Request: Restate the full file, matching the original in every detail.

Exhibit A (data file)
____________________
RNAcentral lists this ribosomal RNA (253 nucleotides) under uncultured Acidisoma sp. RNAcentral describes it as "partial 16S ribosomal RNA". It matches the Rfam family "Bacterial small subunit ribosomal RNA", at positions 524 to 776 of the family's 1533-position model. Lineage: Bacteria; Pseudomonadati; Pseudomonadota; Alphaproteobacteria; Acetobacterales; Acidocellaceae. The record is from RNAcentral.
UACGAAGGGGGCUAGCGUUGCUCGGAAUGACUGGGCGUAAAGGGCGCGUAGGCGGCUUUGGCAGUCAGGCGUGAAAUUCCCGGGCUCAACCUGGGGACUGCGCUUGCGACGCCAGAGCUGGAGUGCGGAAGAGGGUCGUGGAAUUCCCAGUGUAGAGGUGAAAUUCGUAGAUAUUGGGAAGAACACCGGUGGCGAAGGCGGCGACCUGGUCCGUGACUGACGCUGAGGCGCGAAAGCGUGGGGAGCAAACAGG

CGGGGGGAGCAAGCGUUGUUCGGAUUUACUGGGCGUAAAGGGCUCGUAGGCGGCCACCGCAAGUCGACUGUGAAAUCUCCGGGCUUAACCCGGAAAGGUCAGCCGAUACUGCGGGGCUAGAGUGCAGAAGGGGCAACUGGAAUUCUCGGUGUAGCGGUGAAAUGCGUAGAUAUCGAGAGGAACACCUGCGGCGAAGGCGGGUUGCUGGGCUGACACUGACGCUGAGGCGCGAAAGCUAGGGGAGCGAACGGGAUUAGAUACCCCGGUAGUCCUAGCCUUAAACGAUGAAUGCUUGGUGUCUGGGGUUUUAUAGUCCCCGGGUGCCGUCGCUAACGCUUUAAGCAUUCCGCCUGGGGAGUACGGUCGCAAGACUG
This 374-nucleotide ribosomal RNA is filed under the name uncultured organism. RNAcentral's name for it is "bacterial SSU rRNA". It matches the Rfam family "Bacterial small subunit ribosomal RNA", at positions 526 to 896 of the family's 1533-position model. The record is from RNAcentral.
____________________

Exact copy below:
RNAcentral lists this ribosomal RNA (253 nucleotides) under uncultured Acidisoma sp. RNAcentral describes it as "partial 16S ribosomal RNA". It matches the Rfam family "Bacterial small subunit ribosomal RNA", at positions 524 to 776 of the family's 1533-position model. Lineage: Bacteria; Pseudomonadati; Pseudomonadota; Alphaproteobacteria; Acetobacterales; Acidocellaceae. The record is from RNAcentral.
UACGAAGGGGGCUAGCGUUGCUCGGAAUGACUGGGCGUAAAGGGCGCGUAGGCGGCUUUGGCAGUCAGGCGUGAAAUUCCCGGGCUCAACCUGGGGACUGCGCUUGCGACGCCAGAGCUGGAGUGCGGAAGAGGGUCGUGGAAUUCCCAGUGUAGAGGUGAAAUUCGUAGAUAUUGGGAAGAACACCGGUGGCGAAGGCGGCGACCUGGUCCGUGACUGACGCUGAGGCGCGAAAGCGUGGGGAGCAAACAGG

CGGGGGGAGCAAGCGUUGUUCGGAUUUACUGGGCGUAAAGGGCUCGUAGGCGGCCACCGCAAGUCGACUGUGAAAUCUCCGGGCUUAACCCGGAAAGGUCAGCCGAUACUGCGGGGCUAGAGUGCAGAAGGGGCAACUGGAAUUCUCGGUGUAGCGGUGAAAUGCGUAGAUAUCGAGAGGAACACCUGCGGCGAAGGCGGGUUGCUGGGCUGACACUGACGCUGAGGCGCGAAAGCUAGGGGAGCGAACGGGAUUAGAUACCCCGGUAGUCCUAGCCUUAAACGAUGAAUGCUUGGUGUCUGGGGUUUUAUAGUCCCCGGGUGCCGUCGCUAACGCUUUAAGCAUUCCGCCUGGGGAGUACGGUCGCAAGACUG
This 374-nucleotide ribosomal RNA is filed under the name uncultured organism. RNAcentral's name for it is "bacterial SSU rRNA". It matches the Rfam family "Bacterial small subunit ribosomal RNA", at positions 526 to 896 of the family's 1533-position model. The record is from RNAcentral.